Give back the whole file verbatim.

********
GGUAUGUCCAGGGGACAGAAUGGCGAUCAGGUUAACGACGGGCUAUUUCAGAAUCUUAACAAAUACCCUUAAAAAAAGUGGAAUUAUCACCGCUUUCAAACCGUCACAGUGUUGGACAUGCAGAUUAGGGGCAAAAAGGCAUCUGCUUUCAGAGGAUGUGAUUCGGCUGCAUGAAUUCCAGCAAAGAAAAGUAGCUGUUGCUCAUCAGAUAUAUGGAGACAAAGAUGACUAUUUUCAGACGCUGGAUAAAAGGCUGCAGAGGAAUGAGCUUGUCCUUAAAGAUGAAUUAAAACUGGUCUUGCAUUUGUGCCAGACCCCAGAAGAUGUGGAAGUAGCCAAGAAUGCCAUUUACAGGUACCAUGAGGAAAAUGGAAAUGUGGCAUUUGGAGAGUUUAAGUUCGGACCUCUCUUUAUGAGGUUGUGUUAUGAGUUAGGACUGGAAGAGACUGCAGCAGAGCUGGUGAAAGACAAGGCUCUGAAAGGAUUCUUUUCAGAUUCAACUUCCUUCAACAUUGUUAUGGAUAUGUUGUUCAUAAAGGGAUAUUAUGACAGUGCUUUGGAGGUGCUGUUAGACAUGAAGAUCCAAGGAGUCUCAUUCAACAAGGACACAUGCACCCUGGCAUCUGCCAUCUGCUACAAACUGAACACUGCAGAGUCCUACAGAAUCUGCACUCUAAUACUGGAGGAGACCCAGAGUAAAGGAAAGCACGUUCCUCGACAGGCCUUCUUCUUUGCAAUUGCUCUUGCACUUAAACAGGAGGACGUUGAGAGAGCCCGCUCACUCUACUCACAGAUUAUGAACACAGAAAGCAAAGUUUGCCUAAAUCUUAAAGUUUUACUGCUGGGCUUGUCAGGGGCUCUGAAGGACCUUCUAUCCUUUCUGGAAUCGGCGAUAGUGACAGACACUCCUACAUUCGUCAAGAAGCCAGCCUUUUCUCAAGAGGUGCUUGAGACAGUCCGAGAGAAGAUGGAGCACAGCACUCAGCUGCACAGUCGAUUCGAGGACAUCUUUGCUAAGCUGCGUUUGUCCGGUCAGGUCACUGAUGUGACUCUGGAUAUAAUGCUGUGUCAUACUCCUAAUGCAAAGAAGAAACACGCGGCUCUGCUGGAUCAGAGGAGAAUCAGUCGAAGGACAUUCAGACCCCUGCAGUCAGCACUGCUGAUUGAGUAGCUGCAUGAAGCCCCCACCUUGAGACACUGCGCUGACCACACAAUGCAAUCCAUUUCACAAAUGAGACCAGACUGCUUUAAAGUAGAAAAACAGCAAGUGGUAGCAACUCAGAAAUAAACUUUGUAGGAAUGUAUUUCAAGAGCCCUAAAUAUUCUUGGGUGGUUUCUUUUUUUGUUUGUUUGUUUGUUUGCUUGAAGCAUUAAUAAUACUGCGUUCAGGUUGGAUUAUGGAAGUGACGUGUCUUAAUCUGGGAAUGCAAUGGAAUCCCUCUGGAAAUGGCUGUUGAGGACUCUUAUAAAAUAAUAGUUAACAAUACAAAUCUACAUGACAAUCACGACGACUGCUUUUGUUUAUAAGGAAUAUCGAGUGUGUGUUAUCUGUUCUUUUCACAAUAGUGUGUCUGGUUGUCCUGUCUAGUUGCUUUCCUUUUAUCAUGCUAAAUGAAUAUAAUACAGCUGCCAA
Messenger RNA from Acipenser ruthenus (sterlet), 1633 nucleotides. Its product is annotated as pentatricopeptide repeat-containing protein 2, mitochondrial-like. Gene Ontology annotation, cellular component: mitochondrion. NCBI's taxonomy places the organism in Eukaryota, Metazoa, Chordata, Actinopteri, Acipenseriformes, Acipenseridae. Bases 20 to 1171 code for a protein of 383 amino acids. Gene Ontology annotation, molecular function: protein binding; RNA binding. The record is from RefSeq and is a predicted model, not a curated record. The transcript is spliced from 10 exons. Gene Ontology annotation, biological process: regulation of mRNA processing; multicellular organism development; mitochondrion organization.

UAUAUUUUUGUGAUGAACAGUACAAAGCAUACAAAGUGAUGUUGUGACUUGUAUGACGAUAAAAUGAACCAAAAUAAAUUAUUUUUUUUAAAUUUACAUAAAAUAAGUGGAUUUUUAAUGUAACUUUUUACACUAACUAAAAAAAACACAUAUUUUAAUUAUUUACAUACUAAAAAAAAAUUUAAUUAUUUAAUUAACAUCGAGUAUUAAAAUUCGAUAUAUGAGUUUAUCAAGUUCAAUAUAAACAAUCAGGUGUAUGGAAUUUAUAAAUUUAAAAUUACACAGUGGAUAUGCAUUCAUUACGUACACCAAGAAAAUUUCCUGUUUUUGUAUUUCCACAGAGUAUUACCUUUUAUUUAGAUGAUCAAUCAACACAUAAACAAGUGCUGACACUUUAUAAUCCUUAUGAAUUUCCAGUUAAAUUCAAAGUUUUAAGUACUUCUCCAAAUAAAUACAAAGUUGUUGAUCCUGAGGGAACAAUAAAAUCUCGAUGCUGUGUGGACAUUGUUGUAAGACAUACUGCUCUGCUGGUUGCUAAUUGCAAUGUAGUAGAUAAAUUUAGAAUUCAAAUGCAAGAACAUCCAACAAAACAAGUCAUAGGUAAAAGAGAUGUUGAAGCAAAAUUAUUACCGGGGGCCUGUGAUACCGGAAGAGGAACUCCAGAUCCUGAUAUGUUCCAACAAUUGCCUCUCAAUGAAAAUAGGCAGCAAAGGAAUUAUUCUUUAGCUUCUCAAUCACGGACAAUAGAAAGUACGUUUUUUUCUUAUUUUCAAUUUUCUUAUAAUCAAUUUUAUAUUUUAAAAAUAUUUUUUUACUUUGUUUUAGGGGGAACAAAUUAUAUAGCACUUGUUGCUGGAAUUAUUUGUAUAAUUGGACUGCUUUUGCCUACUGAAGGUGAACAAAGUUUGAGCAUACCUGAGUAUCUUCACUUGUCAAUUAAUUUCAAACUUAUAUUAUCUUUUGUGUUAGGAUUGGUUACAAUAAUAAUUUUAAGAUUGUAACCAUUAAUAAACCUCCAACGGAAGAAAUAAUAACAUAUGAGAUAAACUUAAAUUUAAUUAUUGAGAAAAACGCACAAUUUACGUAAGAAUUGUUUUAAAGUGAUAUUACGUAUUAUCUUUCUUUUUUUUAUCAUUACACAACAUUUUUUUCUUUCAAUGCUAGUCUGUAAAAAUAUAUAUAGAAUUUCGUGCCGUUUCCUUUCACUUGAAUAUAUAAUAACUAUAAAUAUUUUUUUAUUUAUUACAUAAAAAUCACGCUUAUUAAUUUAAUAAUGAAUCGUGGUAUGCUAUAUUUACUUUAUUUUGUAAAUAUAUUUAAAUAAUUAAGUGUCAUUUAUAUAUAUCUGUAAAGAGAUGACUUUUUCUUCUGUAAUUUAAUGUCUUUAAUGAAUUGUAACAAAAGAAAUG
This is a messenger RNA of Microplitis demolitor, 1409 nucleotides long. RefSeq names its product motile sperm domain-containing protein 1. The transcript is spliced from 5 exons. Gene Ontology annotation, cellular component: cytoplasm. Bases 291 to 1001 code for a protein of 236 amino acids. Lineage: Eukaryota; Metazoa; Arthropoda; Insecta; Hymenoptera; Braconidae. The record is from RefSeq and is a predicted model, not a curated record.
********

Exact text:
GGUAUGUCCAGGGGACAGAAUGGCGAUCAGGUUAACGACGGGCUAUUUCAGAAUCUUAACAAAUACCCUUAAAAAAAGUGGAAUUAUCACCGCUUUCAAACCGUCACAGUGUUGGACAUGCAGAUUAGGGGCAAAAAGGCAUCUGCUUUCAGAGGAUGUGAUUCGGCUGCAUGAAUUCCAGCAAAGAAAAGUAGCUGUUGCUCAUCAGAUAUAUGGAGACAAAGAUGACUAUUUUCAGACGCUGGAUAAAAGGCUGCAGAGGAAUGAGCUUGUCCUUAAAGAUGAAUUAAAACUGGUCUUGCAUUUGUGCCAGACCCCAGAAGAUGUGGAAGUAGCCAAGAAUGCCAUUUACAGGUACCAUGAGGAAAAUGGAAAUGUGGCAUUUGGAGAGUUUAAGUUCGGACCUCUCUUUAUGAGGUUGUGUUAUGAGUUAGGACUGGAAGAGACUGCAGCAGAGCUGGUGAAAGACAAGGCUCUGAAAGGAUUCUUUUCAGAUUCAACUUCCUUCAACAUUGUUAUGGAUAUGUUGUUCAUAAAGGGAUAUUAUGACAGUGCUUUGGAGGUGCUGUUAGACAUGAAGAUCCAAGGAGUCUCAUUCAACAAGGACACAUGCACCCUGGCAUCUGCCAUCUGCUACAAACUGAACACUGCAGAGUCCUACAGAAUCUGCACUCUAAUACUGGAGGAGACCCAGAGUAAAGGAAAGCACGUUCCUCGACAGGCCUUCUUCUUUGCAAUUGCUCUUGCACUUAAACAGGAGGACGUUGAGAGAGCCCGCUCACUCUACUCACAGAUUAUGAACACAGAAAGCAAAGUUUGCCUAAAUCUUAAAGUUUUACUGCUGGGCUUGUCAGGGGCUCUGAAGGACCUUCUAUCCUUUCUGGAAUCGGCGAUAGUGACAGACACUCCUACAUUCGUCAAGAAGCCAGCCUUUUCUCAAGAGGUGCUUGAGACAGUCCGAGAGAAGAUGGAGCACAGCACUCAGCUGCACAGUCGAUUCGAGGACAUCUUUGCUAAGCUGCGUUUGUCCGGUCAGGUCACUGAUGUGACUCUGGAUAUAAUGCUGUGUCAUACUCCUAAUGCAAAGAAGAAACACGCGGCUCUGCUGGAUCAGAGGAGAAUCAGUCGAAGGACAUUCAGACCCCUGCAGUCAGCACUGCUGAUUGAGUAGCUGCAUGAAGCCCCCACCUUGAGACACUGCGCUGACCACACAAUGCAAUCCAUUUCACAAAUGAGACCAGACUGCUUUAAAGUAGAAAAACAGCAAGUGGUAGCAACUCAGAAAUAAACUUUGUAGGAAUGUAUUUCAAGAGCCCUAAAUAUUCUUGGGUGGUUUCUUUUUUUGUUUGUUUGUUUGUUUGCUUGAAGCAUUAAUAAUACUGCGUUCAGGUUGGAUUAUGGAAGUGACGUGUCUUAAUCUGGGAAUGCAAUGGAAUCCCUCUGGAAAUGGCUGUUGAGGACUCUUAUAAAAUAAUAGUUAACAAUACAAAUCUACAUGACAAUCACGACGACUGCUUUUGUUUAUAAGGAAUAUCGAGUGUGUGUUAUCUGUUCUUUUCACAAUAGUGUGUCUGGUUGUCCUGUCUAGUUGCUUUCCUUUUAUCAUGCUAAAUGAAUAUAAUACAGCUGCCAA
Messenger RNA from Acipenser ruthenus (sterlet), 1633 nucleotides. Its product is annotated as pentatricopeptide repeat-containing protein 2, mitochondrial-like. Gene Ontology annotation, cellular component: mitochondrion. NCBI's taxonomy places the organism in Eukaryota, Metazoa, Chordata, Actinopteri, Acipenseriformes, Acipenseridae. Bases 20 to 1171 code for a protein of 383 amino acids. Gene Ontology annotation, molecular function: protein binding; RNA binding. The record is from RefSeq and is a predicted model, not a curated record. The transcript is spliced from 10 exons. Gene Ontology annotation, biological process: regulation of mRNA processing; multicellular organism development; mitochondrion organization.

UAUAUUUUUGUGAUGAACAGUACAAAGCAUACAAAGUGAUGUUGUGACUUGUAUGACGAUAAAAUGAACCAAAAUAAAUUAUUUUUUUUAAAUUUACAUAAAAUAAGUGGAUUUUUAAUGUAACUUUUUACACUAACUAAAAAAAACACAUAUUUUAAUUAUUUACAUACUAAAAAAAAAUUUAAUUAUUUAAUUAACAUCGAGUAUUAAAAUUCGAUAUAUGAGUUUAUCAAGUUCAAUAUAAACAAUCAGGUGUAUGGAAUUUAUAAAUUUAAAAUUACACAGUGGAUAUGCAUUCAUUACGUACACCAAGAAAAUUUCCUGUUUUUGUAUUUCCACAGAGUAUUACCUUUUAUUUAGAUGAUCAAUCAACACAUAAACAAGUGCUGACACUUUAUAAUCCUUAUGAAUUUCCAGUUAAAUUCAAAGUUUUAAGUACUUCUCCAAAUAAAUACAAAGUUGUUGAUCCUGAGGGAACAAUAAAAUCUCGAUGCUGUGUGGACAUUGUUGUAAGACAUACUGCUCUGCUGGUUGCUAAUUGCAAUGUAGUAGAUAAAUUUAGAAUUCAAAUGCAAGAACAUCCAACAAAACAAGUCAUAGGUAAAAGAGAUGUUGAAGCAAAAUUAUUACCGGGGGCCUGUGAUACCGGAAGAGGAACUCCAGAUCCUGAUAUGUUCCAACAAUUGCCUCUCAAUGAAAAUAGGCAGCAAAGGAAUUAUUCUUUAGCUUCUCAAUCACGGACAAUAGAAAGUACGUUUUUUUCUUAUUUUCAAUUUUCUUAUAAUCAAUUUUAUAUUUUAAAAAUAUUUUUUUACUUUGUUUUAGGGGGAACAAAUUAUAUAGCACUUGUUGCUGGAAUUAUUUGUAUAAUUGGACUGCUUUUGCCUACUGAAGGUGAACAAAGUUUGAGCAUACCUGAGUAUCUUCACUUGUCAAUUAAUUUCAAACUUAUAUUAUCUUUUGUGUUAGGAUUGGUUACAAUAAUAAUUUUAAGAUUGUAACCAUUAAUAAACCUCCAACGGAAGAAAUAAUAACAUAUGAGAUAAACUUAAAUUUAAUUAUUGAGAAAAACGCACAAUUUACGUAAGAAUUGUUUUAAAGUGAUAUUACGUAUUAUCUUUCUUUUUUUUAUCAUUACACAACAUUUUUUUCUUUCAAUGCUAGUCUGUAAAAAUAUAUAUAGAAUUUCGUGCCGUUUCCUUUCACUUGAAUAUAUAAUAACUAUAAAUAUUUUUUUAUUUAUUACAUAAAAAUCACGCUUAUUAAUUUAAUAAUGAAUCGUGGUAUGCUAUAUUUACUUUAUUUUGUAAAUAUAUUUAAAUAAUUAAGUGUCAUUUAUAUAUAUCUGUAAAGAGAUGACUUUUUCUUCUGUAAUUUAAUGUCUUUAAUGAAUUGUAACAAAAGAAAUG
This is a messenger RNA of Microplitis demolitor, 1409 nucleotides long. RefSeq names its product motile sperm domain-containing protein 1. The transcript is spliced from 5 exons. Gene Ontology annotation, cellular component: cytoplasm. Bases 291 to 1001 code for a protein of 236 amino acids. Lineage: Eukaryota; Metazoa; Arthropoda; Insecta; Hymenoptera; Braconidae. The record is from RefSeq and is a predicted model, not a curated record.